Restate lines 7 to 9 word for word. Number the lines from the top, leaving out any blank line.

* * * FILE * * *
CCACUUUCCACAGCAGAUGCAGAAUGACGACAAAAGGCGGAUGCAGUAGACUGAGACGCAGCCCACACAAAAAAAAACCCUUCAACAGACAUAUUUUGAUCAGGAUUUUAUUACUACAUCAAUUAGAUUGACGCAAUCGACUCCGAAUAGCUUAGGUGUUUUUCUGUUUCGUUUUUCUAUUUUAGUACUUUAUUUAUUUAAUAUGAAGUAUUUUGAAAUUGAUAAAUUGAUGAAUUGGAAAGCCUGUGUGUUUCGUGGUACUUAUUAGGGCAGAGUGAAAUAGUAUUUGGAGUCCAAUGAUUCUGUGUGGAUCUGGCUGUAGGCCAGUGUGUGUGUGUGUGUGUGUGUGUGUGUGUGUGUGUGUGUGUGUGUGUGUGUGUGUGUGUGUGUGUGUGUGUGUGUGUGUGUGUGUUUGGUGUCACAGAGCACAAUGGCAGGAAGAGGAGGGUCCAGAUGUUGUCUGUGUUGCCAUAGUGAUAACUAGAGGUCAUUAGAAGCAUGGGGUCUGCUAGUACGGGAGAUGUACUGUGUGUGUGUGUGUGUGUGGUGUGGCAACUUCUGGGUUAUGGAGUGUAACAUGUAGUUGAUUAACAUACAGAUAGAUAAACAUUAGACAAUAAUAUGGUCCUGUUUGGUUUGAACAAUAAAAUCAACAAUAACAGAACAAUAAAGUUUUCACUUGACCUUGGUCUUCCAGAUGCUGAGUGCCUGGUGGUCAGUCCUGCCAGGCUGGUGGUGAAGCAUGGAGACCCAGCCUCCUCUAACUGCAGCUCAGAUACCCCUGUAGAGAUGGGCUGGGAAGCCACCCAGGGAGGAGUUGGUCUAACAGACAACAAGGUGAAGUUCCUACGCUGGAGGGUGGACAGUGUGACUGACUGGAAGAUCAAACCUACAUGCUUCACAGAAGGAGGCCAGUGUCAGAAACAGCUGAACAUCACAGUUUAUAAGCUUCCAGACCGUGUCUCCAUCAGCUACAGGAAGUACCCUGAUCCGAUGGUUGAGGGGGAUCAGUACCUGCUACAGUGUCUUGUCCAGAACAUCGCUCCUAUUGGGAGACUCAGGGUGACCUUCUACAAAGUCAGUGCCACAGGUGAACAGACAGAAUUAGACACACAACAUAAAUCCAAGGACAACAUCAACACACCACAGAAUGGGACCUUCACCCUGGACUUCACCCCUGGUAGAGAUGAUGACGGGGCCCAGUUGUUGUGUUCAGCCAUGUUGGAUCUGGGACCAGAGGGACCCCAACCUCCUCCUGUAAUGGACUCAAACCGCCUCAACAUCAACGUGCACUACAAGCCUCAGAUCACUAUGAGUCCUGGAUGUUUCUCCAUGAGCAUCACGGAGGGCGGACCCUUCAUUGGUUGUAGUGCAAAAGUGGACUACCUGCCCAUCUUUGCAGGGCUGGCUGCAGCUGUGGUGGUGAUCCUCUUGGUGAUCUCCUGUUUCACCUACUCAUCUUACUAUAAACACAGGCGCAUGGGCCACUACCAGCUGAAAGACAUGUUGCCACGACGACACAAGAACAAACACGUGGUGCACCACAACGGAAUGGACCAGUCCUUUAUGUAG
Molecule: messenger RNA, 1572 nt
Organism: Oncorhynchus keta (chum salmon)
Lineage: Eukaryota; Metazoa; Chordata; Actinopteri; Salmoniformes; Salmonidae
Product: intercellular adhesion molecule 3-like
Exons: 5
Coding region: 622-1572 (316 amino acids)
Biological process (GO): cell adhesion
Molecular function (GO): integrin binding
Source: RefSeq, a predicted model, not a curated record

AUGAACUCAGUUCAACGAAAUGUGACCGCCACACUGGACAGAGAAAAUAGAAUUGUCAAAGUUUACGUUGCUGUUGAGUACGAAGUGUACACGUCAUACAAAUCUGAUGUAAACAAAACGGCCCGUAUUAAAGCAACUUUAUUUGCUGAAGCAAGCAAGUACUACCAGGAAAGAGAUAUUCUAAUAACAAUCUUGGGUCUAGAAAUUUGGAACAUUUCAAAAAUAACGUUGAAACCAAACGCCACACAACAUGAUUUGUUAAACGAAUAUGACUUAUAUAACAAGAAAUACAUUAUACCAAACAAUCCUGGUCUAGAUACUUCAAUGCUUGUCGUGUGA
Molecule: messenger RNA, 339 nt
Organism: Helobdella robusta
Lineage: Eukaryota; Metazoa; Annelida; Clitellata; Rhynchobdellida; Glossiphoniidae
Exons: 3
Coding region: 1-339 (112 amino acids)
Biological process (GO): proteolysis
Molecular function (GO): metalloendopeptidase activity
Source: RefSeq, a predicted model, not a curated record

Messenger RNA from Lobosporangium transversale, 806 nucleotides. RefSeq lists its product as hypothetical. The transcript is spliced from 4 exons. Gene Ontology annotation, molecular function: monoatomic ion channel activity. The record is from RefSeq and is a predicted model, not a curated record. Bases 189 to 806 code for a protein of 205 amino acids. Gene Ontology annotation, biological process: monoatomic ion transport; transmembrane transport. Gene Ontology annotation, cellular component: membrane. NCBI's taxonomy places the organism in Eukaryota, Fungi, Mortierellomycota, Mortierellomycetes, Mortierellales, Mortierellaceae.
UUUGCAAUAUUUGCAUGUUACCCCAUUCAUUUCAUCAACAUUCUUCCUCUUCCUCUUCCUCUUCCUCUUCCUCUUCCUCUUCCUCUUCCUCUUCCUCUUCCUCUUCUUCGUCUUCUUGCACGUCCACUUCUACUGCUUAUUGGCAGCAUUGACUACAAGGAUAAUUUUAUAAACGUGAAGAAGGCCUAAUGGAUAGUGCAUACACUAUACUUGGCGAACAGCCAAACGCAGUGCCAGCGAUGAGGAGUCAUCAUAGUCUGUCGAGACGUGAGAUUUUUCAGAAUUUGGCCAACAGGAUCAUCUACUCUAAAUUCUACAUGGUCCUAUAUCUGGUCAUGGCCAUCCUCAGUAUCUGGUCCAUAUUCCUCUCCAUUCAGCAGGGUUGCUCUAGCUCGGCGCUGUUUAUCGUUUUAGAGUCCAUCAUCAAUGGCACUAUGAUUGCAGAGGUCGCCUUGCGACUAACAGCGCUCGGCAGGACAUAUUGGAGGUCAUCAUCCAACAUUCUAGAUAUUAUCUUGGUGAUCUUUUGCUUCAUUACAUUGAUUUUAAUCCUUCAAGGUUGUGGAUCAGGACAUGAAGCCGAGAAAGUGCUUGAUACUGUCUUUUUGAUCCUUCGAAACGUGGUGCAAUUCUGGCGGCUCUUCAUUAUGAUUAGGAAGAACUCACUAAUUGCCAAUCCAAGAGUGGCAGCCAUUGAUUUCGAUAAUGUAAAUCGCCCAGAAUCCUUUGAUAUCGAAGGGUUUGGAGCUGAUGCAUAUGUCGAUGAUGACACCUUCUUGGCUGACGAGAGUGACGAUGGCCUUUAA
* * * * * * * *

Coding region: 622-1572 (316 amino acids)
Biological process (GO): cell adhesion
Molecular function (GO): integrin binding